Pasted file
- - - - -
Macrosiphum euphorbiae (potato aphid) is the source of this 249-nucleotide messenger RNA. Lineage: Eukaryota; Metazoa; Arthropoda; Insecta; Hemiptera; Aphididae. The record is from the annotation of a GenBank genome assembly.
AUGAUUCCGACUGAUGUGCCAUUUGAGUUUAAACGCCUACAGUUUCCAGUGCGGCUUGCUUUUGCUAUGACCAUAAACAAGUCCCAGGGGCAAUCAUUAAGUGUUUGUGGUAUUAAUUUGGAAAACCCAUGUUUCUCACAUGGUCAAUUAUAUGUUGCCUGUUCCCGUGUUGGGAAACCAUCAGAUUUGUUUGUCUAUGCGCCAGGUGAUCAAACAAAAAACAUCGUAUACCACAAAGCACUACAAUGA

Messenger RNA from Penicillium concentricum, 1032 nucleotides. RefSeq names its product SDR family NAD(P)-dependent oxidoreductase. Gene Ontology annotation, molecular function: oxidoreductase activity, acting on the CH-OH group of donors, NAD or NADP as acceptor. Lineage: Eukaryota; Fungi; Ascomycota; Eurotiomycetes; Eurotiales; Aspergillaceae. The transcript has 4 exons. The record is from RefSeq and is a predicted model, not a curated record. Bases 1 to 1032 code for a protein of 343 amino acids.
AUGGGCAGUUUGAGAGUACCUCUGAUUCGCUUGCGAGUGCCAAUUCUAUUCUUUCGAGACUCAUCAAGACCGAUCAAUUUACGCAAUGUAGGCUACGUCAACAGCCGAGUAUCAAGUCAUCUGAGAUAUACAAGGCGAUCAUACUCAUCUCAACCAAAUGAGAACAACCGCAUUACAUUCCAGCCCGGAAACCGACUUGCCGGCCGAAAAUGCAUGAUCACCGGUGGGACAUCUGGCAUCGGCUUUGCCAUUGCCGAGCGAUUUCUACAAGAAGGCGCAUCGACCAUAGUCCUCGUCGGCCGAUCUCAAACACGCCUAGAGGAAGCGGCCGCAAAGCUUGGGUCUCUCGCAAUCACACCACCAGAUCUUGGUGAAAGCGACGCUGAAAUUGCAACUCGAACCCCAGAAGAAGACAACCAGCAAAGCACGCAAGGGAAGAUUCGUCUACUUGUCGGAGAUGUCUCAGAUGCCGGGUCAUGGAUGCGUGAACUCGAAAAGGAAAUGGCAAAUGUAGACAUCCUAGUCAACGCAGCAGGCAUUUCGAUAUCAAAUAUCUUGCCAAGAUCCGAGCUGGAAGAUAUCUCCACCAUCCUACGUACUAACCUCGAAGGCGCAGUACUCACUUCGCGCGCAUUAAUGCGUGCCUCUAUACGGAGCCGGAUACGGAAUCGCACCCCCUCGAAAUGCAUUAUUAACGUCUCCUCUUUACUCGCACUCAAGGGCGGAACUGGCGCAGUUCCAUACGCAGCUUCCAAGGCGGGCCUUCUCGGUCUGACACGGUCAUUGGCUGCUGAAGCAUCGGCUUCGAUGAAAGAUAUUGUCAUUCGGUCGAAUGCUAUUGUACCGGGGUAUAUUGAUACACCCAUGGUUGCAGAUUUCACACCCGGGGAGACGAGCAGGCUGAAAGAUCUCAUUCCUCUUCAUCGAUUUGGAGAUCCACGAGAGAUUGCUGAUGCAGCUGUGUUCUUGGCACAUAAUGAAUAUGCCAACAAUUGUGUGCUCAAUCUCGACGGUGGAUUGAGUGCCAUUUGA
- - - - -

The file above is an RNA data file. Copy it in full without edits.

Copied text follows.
Macrosiphum euphorbiae (potato aphid) is the source of this 249-nucleotide messenger RNA. Lineage: Eukaryota; Metazoa; Arthropoda; Insecta; Hemiptera; Aphididae. The record is from the annotation of a GenBank genome assembly.
AUGAUUCCGACUGAUGUGCCAUUUGAGUUUAAACGCCUACAGUUUCCAGUGCGGCUUGCUUUUGCUAUGACCAUAAACAAGUCCCAGGGGCAAUCAUUAAGUGUUUGUGGUAUUAAUUUGGAAAACCCAUGUUUCUCACAUGGUCAAUUAUAUGUUGCCUGUUCCCGUGUUGGGAAACCAUCAGAUUUGUUUGUCUAUGCGCCAGGUGAUCAAACAAAAAACAUCGUAUACCACAAAGCACUACAAUGA

Messenger RNA from Penicillium concentricum, 1032 nucleotides. RefSeq names its product SDR family NAD(P)-dependent oxidoreductase. Gene Ontology annotation, molecular function: oxidoreductase activity, acting on the CH-OH group of donors, NAD or NADP as acceptor. Lineage: Eukaryota; Fungi; Ascomycota; Eurotiomycetes; Eurotiales; Aspergillaceae. The transcript has 4 exons. The record is from RefSeq and is a predicted model, not a curated record. Bases 1 to 1032 code for a protein of 343 amino acids.
AUGGGCAGUUUGAGAGUACCUCUGAUUCGCUUGCGAGUGCCAAUUCUAUUCUUUCGAGACUCAUCAAGACCGAUCAAUUUACGCAAUGUAGGCUACGUCAACAGCCGAGUAUCAAGUCAUCUGAGAUAUACAAGGCGAUCAUACUCAUCUCAACCAAAUGAGAACAACCGCAUUACAUUCCAGCCCGGAAACCGACUUGCCGGCCGAAAAUGCAUGAUCACCGGUGGGACAUCUGGCAUCGGCUUUGCCAUUGCCGAGCGAUUUCUACAAGAAGGCGCAUCGACCAUAGUCCUCGUCGGCCGAUCUCAAACACGCCUAGAGGAAGCGGCCGCAAAGCUUGGGUCUCUCGCAAUCACACCACCAGAUCUUGGUGAAAGCGACGCUGAAAUUGCAACUCGAACCCCAGAAGAAGACAACCAGCAAAGCACGCAAGGGAAGAUUCGUCUACUUGUCGGAGAUGUCUCAGAUGCCGGGUCAUGGAUGCGUGAACUCGAAAAGGAAAUGGCAAAUGUAGACAUCCUAGUCAACGCAGCAGGCAUUUCGAUAUCAAAUAUCUUGCCAAGAUCCGAGCUGGAAGAUAUCUCCACCAUCCUACGUACUAACCUCGAAGGCGCAGUACUCACUUCGCGCGCAUUAAUGCGUGCCUCUAUACGGAGCCGGAUACGGAAUCGCACCCCCUCGAAAUGCAUUAUUAACGUCUCCUCUUUACUCGCACUCAAGGGCGGAACUGGCGCAGUUCCAUACGCAGCUUCCAAGGCGGGCCUUCUCGGUCUGACACGGUCAUUGGCUGCUGAAGCAUCGGCUUCGAUGAAAGAUAUUGUCAUUCGGUCGAAUGCUAUUGUACCGGGGUAUAUUGAUACACCCAUGGUUGCAGAUUUCACACCCGGGGAGACGAGCAGGCUGAAAGAUCUCAUUCCUCUUCAUCGAUUUGGAGAUCCACGAGAGAUUGCUGAUGCAGCUGUGUUCUUGGCACAUAAUGAAUAUGCCAACAAUUGUGUGCUCAAUCUCGACGGUGGAUUGAGUGCCAUUUGA